While qinglu shanshui celebrates nature, Gu’s work questions our use of ‘green’ as a synonym for ‘environmentally friendly’. Algae is not inherently problematic — it’s so nutritious people use it as a supplement — but the specimens that inspired the work grow in chemical fertiliser that washes into fresh water. “For the performance I had to avoid that material,” he says. “Parents won’t let their children touch polluted water. So it was produced in a laboratory. It’s clean but it still has a very strong smell.”
“You have a lot of fun with kids participating, it’s positive and educational. But on the other side contemporary art is not always safe — it can be disgusting. That’s why a lot of parents don’t want to expose kids to contemporary art, especially in China.”
The fragrance surprised Gu, proving an even more powerful communicator than the pigment. “When it was still in the containers I couldn’t really smell it. After the kids finished painting the whole hall had a smell, and that’s part of the work. I think the smell performed wonderfully, and the kids will talk about it — what is this smell?”
Corporate sponsorship and social purpose
Gu’s performance was commissioned by Ping’an, China’s insurance behemoth, ranked 181 on the Fortune 500. Gu will create a work using the children’s paintings to help promote the 115-storey Ping An International Finance Centre (PAFC), the fourth tallest building in the world, scheduled to open next year.
“People think kids are the only participants, but they’re not. Corporations are also participating by providing a platform. And we have to be examined by the government. It creates a lot of difficulties but I feel happy because it extends my ability. In the past you only had a dialogue with yourself, creating a work silently in the studio.”
Gu says that for the past 30 or 40 years Chinese companies focused exclusively on making money, but now they’re ready to support culture and make more meaningful philanthropic efforts. Ping’ an donated 1 million RMB to help provide clean water to remote schools as part of its collaboration with Gu.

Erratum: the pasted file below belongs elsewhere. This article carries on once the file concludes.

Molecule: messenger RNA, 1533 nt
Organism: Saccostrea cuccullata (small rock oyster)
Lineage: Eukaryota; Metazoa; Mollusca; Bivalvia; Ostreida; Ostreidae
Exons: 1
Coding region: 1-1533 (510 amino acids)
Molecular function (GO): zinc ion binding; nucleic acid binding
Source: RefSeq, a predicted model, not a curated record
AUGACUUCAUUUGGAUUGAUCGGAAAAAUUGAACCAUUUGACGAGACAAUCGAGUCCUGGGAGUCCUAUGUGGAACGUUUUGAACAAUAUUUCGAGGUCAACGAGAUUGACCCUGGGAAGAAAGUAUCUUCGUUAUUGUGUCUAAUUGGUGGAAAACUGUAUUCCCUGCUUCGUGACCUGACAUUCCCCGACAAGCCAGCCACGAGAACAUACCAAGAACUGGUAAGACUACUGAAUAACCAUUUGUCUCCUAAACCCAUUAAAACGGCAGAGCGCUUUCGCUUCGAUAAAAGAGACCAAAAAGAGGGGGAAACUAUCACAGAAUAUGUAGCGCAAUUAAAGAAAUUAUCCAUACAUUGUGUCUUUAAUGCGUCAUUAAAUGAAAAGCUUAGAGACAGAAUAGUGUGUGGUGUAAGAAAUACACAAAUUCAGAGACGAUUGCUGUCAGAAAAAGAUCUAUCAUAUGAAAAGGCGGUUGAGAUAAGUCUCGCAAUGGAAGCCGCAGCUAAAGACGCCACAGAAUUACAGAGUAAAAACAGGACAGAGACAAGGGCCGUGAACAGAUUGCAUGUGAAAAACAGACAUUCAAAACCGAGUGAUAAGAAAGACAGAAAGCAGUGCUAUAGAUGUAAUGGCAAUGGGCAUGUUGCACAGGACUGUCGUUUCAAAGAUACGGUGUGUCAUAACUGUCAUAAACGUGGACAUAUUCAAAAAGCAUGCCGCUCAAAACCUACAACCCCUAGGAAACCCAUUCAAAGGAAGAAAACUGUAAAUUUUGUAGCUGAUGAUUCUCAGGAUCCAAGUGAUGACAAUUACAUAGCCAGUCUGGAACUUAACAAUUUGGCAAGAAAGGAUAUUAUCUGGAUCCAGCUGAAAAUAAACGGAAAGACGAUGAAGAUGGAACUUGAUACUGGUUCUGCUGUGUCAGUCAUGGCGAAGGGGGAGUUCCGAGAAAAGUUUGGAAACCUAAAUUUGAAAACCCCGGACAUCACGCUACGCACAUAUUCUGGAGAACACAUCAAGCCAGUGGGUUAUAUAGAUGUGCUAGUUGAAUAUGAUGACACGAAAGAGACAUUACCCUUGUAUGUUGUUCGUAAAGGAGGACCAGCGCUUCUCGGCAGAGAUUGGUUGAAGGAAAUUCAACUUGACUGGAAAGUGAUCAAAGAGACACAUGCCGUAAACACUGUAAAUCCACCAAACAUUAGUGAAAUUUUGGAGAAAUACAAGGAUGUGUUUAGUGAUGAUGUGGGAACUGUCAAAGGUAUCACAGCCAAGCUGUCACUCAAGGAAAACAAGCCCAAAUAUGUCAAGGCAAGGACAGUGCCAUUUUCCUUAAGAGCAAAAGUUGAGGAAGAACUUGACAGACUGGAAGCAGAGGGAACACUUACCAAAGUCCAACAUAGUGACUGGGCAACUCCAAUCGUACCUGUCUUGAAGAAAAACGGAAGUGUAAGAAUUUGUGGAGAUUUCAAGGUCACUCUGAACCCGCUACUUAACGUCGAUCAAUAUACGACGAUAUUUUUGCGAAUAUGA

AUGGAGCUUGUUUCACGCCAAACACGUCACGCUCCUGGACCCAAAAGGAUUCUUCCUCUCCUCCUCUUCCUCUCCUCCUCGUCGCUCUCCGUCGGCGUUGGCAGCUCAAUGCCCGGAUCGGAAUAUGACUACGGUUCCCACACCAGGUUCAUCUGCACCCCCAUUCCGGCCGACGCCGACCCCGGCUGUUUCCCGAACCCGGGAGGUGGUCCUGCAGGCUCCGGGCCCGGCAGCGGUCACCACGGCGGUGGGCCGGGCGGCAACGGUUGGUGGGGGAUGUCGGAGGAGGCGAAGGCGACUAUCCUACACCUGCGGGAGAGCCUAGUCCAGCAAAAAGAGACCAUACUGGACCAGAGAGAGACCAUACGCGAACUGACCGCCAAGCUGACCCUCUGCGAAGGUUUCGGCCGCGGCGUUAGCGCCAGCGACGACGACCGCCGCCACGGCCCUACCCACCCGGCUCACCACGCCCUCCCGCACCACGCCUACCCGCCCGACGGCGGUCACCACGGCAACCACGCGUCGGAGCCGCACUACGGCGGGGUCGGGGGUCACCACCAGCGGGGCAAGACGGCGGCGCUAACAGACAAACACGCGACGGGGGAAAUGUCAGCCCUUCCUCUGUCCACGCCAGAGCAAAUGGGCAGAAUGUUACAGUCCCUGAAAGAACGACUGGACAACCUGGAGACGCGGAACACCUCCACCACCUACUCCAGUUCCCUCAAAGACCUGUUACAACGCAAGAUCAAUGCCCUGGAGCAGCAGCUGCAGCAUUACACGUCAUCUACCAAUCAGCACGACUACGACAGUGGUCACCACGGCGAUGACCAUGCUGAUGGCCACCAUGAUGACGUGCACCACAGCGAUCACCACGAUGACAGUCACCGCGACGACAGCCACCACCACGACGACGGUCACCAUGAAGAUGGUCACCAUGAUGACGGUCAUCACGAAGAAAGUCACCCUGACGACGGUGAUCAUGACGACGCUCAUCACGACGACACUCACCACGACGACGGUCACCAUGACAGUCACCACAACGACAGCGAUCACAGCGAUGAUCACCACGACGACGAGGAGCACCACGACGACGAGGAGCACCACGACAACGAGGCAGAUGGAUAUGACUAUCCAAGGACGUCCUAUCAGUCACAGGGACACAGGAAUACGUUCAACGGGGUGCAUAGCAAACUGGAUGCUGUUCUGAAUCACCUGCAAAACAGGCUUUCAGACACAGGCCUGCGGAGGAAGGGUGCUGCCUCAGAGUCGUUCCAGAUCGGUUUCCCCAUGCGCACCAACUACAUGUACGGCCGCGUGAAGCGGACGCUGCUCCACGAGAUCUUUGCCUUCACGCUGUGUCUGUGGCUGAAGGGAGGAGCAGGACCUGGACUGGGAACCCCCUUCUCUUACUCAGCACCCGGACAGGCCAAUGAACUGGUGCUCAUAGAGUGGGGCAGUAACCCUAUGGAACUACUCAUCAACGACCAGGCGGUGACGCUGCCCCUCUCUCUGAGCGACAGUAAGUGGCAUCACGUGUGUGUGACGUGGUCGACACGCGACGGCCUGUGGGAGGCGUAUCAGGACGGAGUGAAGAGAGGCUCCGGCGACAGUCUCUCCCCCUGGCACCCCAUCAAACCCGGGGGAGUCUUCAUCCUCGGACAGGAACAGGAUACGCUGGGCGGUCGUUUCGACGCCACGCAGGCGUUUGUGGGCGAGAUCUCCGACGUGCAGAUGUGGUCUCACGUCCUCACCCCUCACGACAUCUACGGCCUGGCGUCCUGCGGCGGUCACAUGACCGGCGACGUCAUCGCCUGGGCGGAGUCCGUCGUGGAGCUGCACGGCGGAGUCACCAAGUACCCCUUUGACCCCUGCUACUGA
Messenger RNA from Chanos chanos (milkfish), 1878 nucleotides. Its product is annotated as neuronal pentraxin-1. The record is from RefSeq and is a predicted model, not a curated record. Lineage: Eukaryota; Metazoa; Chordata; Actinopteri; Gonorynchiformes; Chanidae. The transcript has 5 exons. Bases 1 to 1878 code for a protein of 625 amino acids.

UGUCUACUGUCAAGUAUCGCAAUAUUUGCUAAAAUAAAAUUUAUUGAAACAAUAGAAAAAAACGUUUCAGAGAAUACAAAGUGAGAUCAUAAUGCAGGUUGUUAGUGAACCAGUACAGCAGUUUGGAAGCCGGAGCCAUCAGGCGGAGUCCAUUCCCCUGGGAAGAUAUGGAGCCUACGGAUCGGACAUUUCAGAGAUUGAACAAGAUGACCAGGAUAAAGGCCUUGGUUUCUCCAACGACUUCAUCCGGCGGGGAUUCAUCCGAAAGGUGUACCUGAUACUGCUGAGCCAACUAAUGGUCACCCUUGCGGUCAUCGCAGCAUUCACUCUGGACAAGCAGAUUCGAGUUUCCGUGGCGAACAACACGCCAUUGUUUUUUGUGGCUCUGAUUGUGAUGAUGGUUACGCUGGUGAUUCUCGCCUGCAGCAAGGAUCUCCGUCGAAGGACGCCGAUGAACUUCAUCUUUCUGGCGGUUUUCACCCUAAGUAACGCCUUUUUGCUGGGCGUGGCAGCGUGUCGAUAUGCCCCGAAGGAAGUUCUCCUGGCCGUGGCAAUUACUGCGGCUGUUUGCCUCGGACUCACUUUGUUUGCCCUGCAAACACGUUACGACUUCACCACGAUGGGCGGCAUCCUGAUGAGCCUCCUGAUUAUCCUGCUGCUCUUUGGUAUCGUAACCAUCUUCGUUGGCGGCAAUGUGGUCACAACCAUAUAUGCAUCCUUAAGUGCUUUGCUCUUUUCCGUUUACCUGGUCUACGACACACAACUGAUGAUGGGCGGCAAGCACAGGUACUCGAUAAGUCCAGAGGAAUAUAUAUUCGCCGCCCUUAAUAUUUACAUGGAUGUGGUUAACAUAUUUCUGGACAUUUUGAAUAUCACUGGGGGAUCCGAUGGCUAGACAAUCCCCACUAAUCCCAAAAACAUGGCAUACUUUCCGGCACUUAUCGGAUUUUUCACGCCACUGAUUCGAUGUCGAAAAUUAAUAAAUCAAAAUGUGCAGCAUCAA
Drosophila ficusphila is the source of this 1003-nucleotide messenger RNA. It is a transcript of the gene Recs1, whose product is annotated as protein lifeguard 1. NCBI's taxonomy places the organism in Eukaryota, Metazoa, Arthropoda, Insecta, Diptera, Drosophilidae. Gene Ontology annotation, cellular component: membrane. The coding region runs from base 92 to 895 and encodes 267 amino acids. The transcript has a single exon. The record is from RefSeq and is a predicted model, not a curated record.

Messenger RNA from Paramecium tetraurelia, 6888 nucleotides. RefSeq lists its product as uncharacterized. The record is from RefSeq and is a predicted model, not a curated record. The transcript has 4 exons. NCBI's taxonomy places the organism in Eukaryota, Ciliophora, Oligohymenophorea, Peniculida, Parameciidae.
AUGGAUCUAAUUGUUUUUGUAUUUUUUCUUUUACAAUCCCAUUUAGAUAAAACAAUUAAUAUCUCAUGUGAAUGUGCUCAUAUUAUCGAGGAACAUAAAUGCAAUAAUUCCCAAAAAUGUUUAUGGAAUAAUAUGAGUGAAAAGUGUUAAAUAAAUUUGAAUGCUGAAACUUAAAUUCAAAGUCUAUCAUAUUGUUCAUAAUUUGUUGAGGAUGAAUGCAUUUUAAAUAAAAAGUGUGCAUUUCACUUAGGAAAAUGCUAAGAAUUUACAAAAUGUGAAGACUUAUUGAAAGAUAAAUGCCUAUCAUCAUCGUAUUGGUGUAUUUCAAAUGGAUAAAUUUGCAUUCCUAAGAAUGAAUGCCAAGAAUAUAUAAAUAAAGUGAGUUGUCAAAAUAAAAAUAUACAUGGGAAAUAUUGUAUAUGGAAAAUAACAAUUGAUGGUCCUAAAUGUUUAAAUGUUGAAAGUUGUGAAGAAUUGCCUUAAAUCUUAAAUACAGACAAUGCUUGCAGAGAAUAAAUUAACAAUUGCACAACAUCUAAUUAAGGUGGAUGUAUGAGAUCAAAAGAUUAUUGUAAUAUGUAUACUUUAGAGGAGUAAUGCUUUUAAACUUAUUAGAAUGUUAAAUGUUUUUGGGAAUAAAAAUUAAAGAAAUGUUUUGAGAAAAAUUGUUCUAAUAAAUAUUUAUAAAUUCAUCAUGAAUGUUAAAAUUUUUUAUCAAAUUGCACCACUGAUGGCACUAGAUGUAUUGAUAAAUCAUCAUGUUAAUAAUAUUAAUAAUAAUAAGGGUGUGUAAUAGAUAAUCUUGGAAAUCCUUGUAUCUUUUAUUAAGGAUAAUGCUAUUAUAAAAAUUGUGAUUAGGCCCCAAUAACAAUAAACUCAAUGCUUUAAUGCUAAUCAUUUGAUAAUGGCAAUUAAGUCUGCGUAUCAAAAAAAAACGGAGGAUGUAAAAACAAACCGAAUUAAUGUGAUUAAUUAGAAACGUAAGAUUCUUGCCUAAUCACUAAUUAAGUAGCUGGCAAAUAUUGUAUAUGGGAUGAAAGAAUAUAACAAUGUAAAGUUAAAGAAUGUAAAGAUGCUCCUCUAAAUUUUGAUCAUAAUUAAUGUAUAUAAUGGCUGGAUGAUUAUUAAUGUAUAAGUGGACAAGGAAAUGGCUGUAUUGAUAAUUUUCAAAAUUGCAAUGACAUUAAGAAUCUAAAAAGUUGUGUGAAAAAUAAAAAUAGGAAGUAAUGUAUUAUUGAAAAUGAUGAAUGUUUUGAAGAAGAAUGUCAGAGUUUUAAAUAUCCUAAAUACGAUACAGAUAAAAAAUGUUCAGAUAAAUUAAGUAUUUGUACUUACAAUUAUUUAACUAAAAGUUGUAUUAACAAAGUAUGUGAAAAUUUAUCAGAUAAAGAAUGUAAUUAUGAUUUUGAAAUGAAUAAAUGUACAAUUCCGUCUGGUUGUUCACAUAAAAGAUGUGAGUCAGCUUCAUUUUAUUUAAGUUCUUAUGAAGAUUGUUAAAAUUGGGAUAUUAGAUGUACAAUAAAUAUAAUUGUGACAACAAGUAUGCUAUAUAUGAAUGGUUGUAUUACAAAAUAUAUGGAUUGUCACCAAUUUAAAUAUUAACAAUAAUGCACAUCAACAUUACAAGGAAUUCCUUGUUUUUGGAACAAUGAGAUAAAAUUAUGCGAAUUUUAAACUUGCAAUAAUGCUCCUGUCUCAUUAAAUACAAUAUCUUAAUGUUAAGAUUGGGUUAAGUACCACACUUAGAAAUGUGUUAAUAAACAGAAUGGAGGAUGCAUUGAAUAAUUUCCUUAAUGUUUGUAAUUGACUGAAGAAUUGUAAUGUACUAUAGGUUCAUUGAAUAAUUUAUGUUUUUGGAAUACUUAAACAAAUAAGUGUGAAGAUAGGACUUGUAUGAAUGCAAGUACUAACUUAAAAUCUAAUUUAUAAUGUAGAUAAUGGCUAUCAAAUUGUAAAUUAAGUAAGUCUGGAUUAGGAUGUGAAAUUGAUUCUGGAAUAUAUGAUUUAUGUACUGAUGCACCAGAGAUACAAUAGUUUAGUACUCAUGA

“When I left China [30 years ago] there was no such concept. But paper companies, tobacco companies, they create a lot of pollution, so they have to be responsible on the other side as balance.”
Projects such as Gu’s, which is implicitly critical of China’s environmental policies and enforcement, are challenging for companies here to support, as there may be real business implications for offending the wrong government agency. But Gu says powerful corporations are also much better placed to negotiate with officials than any artist.
Gu has also designed a 16 metre-long coi fish — another biological invader, which he says “means money” in Chinese — for the PAFC’s lobby. The structure is modelled on the hull of Zheng He’s boat, and each scale is an LED screen. All up, he estimates it will cost over 3 million RMB to produce.
Construction of Gu’s work nears completion at Minsheng 21st Century Art Museum
The fish includes an antennae for receiving public inputs. Allowing people to upload their own content to the fish is a wonderful idea, but it means releasing control and embracing chaos, something corporations and governments are often averse to, but Gu enjoys. “Art always has this part; it makes things more interesting.”
Ink painting itself is quite chaotic. There’s no knowing exactly where the ink will go, and it’s difficult to hide strokes once they’re made. It’s not oil painting, where imperfections can be hidden, nor digital art, where every pixel can be perfected. Set loose on vast expanses of rice paper, some of the kids in Gu’s performance kicked over buckets of algae onto the paper, walked on it, enjoying moments of selfish pleasure even when they threatened others’ creations. It’s a microcosm of the great environmental challenge: constraining behaviour that benefits at an individual but harms a community, a country or a planet.